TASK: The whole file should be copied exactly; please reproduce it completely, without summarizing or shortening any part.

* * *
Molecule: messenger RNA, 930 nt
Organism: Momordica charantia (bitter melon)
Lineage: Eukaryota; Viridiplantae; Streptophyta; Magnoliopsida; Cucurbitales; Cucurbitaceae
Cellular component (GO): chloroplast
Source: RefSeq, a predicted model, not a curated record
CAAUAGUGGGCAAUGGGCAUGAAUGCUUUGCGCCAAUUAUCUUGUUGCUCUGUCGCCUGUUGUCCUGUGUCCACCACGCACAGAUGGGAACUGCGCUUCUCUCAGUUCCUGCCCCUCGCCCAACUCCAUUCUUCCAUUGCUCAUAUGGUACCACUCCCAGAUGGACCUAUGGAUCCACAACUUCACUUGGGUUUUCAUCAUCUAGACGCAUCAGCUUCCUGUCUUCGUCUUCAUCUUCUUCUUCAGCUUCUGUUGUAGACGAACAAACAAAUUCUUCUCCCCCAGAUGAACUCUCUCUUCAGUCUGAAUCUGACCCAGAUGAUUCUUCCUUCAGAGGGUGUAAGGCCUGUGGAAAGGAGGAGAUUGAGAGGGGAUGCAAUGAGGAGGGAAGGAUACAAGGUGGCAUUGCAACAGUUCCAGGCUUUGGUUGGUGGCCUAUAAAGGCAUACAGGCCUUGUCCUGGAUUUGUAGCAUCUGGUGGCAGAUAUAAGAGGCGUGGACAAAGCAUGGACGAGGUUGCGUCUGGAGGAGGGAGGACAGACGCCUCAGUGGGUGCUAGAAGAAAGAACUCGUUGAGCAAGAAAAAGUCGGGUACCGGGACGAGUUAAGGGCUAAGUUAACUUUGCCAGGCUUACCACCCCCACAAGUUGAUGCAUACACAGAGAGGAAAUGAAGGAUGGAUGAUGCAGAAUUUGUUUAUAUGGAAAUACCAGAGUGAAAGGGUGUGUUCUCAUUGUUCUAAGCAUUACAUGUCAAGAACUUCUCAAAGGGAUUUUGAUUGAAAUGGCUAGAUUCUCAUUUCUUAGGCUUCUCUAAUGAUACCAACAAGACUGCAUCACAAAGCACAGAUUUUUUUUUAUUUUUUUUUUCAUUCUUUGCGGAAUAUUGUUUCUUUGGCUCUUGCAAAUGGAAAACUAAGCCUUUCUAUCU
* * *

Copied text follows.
Molecule: messenger RNA, 930 nt
Organism: Momordica charantia (bitter melon)
Lineage: Eukaryota; Viridiplantae; Streptophyta; Magnoliopsida; Cucurbitales; Cucurbitaceae
Cellular component (GO): chloroplast
Source: RefSeq, a predicted model, not a curated record
CAAUAGUGGGCAAUGGGCAUGAAUGCUUUGCGCCAAUUAUCUUGUUGCUCUGUCGCCUGUUGUCCUGUGUCCACCACGCACAGAUGGGAACUGCGCUUCUCUCAGUUCCUGCCCCUCGCCCAACUCCAUUCUUCCAUUGCUCAUAUGGUACCACUCCCAGAUGGACCUAUGGAUCCACAACUUCACUUGGGUUUUCAUCAUCUAGACGCAUCAGCUUCCUGUCUUCGUCUUCAUCUUCUUCUUCAGCUUCUGUUGUAGACGAACAAACAAAUUCUUCUCCCCCAGAUGAACUCUCUCUUCAGUCUGAAUCUGACCCAGAUGAUUCUUCCUUCAGAGGGUGUAAGGCCUGUGGAAAGGAGGAGAUUGAGAGGGGAUGCAAUGAGGAGGGAAGGAUACAAGGUGGCAUUGCAACAGUUCCAGGCUUUGGUUGGUGGCCUAUAAAGGCAUACAGGCCUUGUCCUGGAUUUGUAGCAUCUGGUGGCAGAUAUAAGAGGCGUGGACAAAGCAUGGACGAGGUUGCGUCUGGAGGAGGGAGGACAGACGCCUCAGUGGGUGCUAGAAGAAAGAACUCGUUGAGCAAGAAAAAGUCGGGUACCGGGACGAGUUAAGGGCUAAGUUAACUUUGCCAGGCUUACCACCCCCACAAGUUGAUGCAUACACAGAGAGGAAAUGAAGGAUGGAUGAUGCAGAAUUUGUUUAUAUGGAAAUACCAGAGUGAAAGGGUGUGUUCUCAUUGUUCUAAGCAUUACAUGUCAAGAACUUCUCAAAGGGAUUUUGAUUGAAAUGGCUAGAUUCUCAUUUCUUAGGCUUCUCUAAUGAUACCAACAAGACUGCAUCACAAAGCACAGAUUUUUUUUUAUUUUUUUUUUCAUUCUUUGCGGAAUAUUGUUUCUUUGGCUCUUGCAAAUGGAAAACUAAGCCUUUCUAUCU